These administrative measures also directly violate the EPA’s scientific integrity policy, which was created under President Barack Obama with the intent to protect “sound, high quality science.” Over 30 environmental rules in the Federal Register were subject to delayed implementation, including renewable fuel standards and improved pollution rulings for a number of states.
But this is not surprising considering Mr. Trump’s views on climate change, as well as his views of the EPA.
After all, he once called global warming a “hoax,” and claimed that the Chinese invented climate change — which he later claimed was only a joke in a segment with Fox & Friends. He has also notably installed a host of climate change deniers into administrative and cabinet positions in the days following his inauguration.
In terms of the Paris climate accord — an aggressive effort in the reduction of carbon emissions by more than 190 countries — Mr. Trump has said he is “not a big fan,” since he claims the deal treats the United States unfairly and gives preference to countries like China. “At a minimum,” he once claimed, “I will be renegotiating those agreements.” This suggestion would require the endorsement of 195 countries to achieve approval.
He went further in May 2016 to claim that the U.S. would pull out from the Paris agreement, though it is uncertain as to whether that assertion has any real legitimacy, particularly since 194 members of the United Nations Framework Convention on Climate Change (UNFCCC) have signed the treaty — 132 of which have ratified it. The Paris accord acquired legal force once it was ratified by the 55 countries that contribute to 55 percent of global emissions.
It is also clear that President Trump has intentions of using executive orders to refashion the EPA with the intent to limit or cut environmental regulations.
How Does Oklahoma Attorney General Scott Pruitt Tie In?
One of the EPA’s listed goals is to “ensure that federal laws protecting human health and the environment are enforced fairly and effectively.”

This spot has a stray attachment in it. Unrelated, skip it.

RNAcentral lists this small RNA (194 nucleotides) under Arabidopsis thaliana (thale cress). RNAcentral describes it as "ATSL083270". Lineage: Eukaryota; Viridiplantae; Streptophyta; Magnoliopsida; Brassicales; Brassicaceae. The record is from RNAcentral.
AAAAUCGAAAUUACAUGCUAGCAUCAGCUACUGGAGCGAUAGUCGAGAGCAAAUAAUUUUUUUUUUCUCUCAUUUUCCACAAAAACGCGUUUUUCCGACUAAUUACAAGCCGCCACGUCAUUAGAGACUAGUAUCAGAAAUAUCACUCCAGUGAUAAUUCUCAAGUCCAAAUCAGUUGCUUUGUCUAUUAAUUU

In addition to the exercised restrictions on the EPA, President Trump’s choice to head the EPA — who was confirmed by the U.S. Senate on Feb. 17 — Oklahoma attorney general Scott Pruitt, is already in conflict with this and other basic tenets of the agency.
He is one of a group of U.S. attorney generals to file a lawsuit against the EPA’s Clean Power Plan, the chief Obama-era policy intended to reduce greenhouse gas emissions from the electricity sector. Pruitt also sued the EPA over regulations seeking to decrease emissions of methane from the oil and gas sector.
In fact, Pruitt has sued the EPA over 14 times and is currently involved in the Clean Power Plan suit. Thus far, his lawsuits against the EPA have failed, but the proverbial tables could turn should he see Senate confirmation.
In 2014, The New York Times reported that Pruitt’s staff copied almost verbatim — onto state government stationary — a letter opposing EPA regulations. The letter was written by lawyers for Oklahoma-based oil and gas company Devon Energy. The plagiarized letter was then sent to the agency with Pruitt’s signature as the official position of the Oklahoma Attorney General’s Office.
Pruitt was the recipient of significant sums from fossil fuel interests during his runs for office. For example, during his unopposed run for reelection in 2014, Pruitt raised $114,000 from energy company PACs and executives — or about 14 percent of his total fundraising. Within that $114,000 is $5,000 from Devon’s PAC and $100 from William Whitsitt, a Devon executive who applauded Pruitt’s deceptive letter to the EPA as “outstanding,” according to the New York Times report.
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